By Michele Chabin, Special to USA TODAY
KFAR BARA, Israel — When Israel's national soccer team plays Ireland on Saturday in its next World Cup qualifier, few will be cheering for Israel more than 13-year-old Khaled Rian, a resident of this quiet Arab village in central Israel.
That's because his hero, Abbas Suan, is one of two Arabs who have become national celebrities while playing for Israel, where 1.2 million Arab citizens comprise more than one-fifth of Israel's population.
Arab citizens in a Jewish country are important role models for Rian. "I feel like their success is my success," he says.
Suan and fellow Arab Walid Badir have helped put Israel back on track to qualify for the Cup for the first time since 1970. Badir scored Israel's goal in a 1-1 tie with France in a World Cup qualifying match, repeating Suan's feat in a previous match with Ireland for a 1-1 tie.
Israel (2-0-4) is tied with France with 10 points atop Europe's Group 4. Only the first-place finisher is guaranteed a place in the 2006 World Cup.
Cheers and jeers
Rian says the fact that some of the Israel national team's biggest stars are Arabs "makes me proud to be an Arab and an Israeli. It gives me confidence that I'll be able to succeed, too."
Israel's Arab citizens descended from the small remnant of Palestinians who did not flee Israel during the 1948 and 1967 Middle East wars. Their status in a Jewish state has resulted in widespread social gaps between them and their Jewish neighbors.
Yet in Israel, as elsewhere, sports have been an equalizer.
"Sport is the leveling field," says Zouheir Bahloul, a veteran Israeli Arab sports commentator and journalist. "In fields like high-tech or the civil service, you'll rarely find Arabs in high positions. Sport is different. If you score a goal and you win, you're a winner. No one can take that away from you."
Bahloul, who hosts a television show on coexistence issues, notes that there have been Arab players on the Israeli national soccer team since the mid-1970s.
"Back then you had (Rifhat) 'Jimmy' Turk, the man who opened the door for Arab players," Bahloul says. "He fought against racism, persevering despite the slurs from the crowds. Turk is a symbol, just as Jackie Robinson is a symbol for black Americans."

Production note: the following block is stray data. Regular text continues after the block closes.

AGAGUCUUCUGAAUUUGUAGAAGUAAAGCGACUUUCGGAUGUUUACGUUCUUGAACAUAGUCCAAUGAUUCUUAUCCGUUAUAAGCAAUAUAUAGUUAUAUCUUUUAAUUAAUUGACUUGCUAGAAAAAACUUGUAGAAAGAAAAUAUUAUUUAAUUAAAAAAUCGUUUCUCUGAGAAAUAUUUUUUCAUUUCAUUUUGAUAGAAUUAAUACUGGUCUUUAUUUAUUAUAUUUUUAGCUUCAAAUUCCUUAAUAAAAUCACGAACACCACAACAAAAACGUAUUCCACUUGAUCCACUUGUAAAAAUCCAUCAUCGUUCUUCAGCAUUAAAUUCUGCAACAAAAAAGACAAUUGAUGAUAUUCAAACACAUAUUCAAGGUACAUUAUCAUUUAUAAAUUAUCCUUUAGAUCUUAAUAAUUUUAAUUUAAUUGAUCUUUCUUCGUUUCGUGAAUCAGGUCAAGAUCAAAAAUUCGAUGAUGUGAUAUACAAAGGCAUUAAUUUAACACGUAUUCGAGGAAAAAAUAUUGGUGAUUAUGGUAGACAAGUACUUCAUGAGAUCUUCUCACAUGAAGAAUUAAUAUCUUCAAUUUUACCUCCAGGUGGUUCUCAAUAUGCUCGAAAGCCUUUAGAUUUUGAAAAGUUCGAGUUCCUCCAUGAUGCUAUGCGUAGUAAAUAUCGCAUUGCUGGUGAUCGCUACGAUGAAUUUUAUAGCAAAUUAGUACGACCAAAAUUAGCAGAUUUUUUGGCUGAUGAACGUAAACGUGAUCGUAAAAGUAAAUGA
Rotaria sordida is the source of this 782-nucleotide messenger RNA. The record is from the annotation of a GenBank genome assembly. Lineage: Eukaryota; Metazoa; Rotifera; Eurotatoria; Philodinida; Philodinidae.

Suan, 29, is a devout Muslim.
Like Robinson, who gained the grudging respect of many white baseball fans while contending with the racial taunts spewed by others, Suan has been hailed both as a "Hero of Israel" and a "Dirty Arab." When not playing for the national team, he is captain of the club team Bnei Sakhnin.
Alon Liel, the president of fourth-division team Abu Ghosh-Mevasseret, the only Israeli team with equal numbers of Jewish and Arab players, coaches and board members, recalls that when Suan and his Sakhnin teammates played Betar Jerusalem, a team with notoriously racist fans, a few months back, "for 90 minutes the crowd chanted horrible things. They sang, 'Ahmed, clean the toilets,' 'Ahmed, get me coffee,' 'Death to Arabs.' "
Betar Jerusalem was fined for not reining in the hecklers.
Liel, who is Jewish, believes that the majority of Jewish soccer fans respect Arab Israeli players.
Taking pains not to condone Jewish hooliganism, Liel nonetheless takes a try at explaining it. "The hatred exists mainly in a place like Jerusalem, where there has been a lot of Palestinian terrorism. The Palestinian violence and the fact that the Arab population in Israel often identifies with the Palestinian cause leads to a very low level of trust," Liel says.
Fighting for equality
"There is systematic and continuous discrimination against the Palestinian minority in the realm of education, land allocation, infrastructure and budgets," asserts Ali Haider, the Arab co-executive director of Sikkuy, an Arab-Jewish organization that works for civic equality.
Jewish teams attract more corporate sponsorship and municipal funding than Arab teams. Until now, Bnei Sakhnin has been unable to host games because it lacks a stadium or even a decent patch of grass on which to practice.
The soccer field in relatively upscale Kfar Bara borders a grove of olive trees and the village's garbage dump. It has more dirt than grass, and razor-sharp thistles grow on its edges in the searing midday sun.
"When our kids play Jewish kids, they see fields with soft green grass," Amir Rian says. "They see the difference, and it hurts."
Rian says that, economics aside, sports are helping to integrate Arabs into Israeli society.
"Jews and Arabs play on many of the same teams. They sit together in the stands and celebrate or commiserate together. It sounds like a small thing, but it isn't."
"I've met a lot of Jewish kids through football," says 14-year-old Adam Assi, who plays on the village's youth team. "Otherwise, we wouldn't have any contact."
Suan, whose handsome face now graces ads for the national Lottery, does not take such things lightly.
"We have many, many Jewish supporters as well as Arab supporters," he says in Arabic-accented Hebrew. "It's very gratifying and very sobering. We're proud to be representing Israel."
Israel's integrated national squad "isn't just a team" Suan says. "It's a symbol."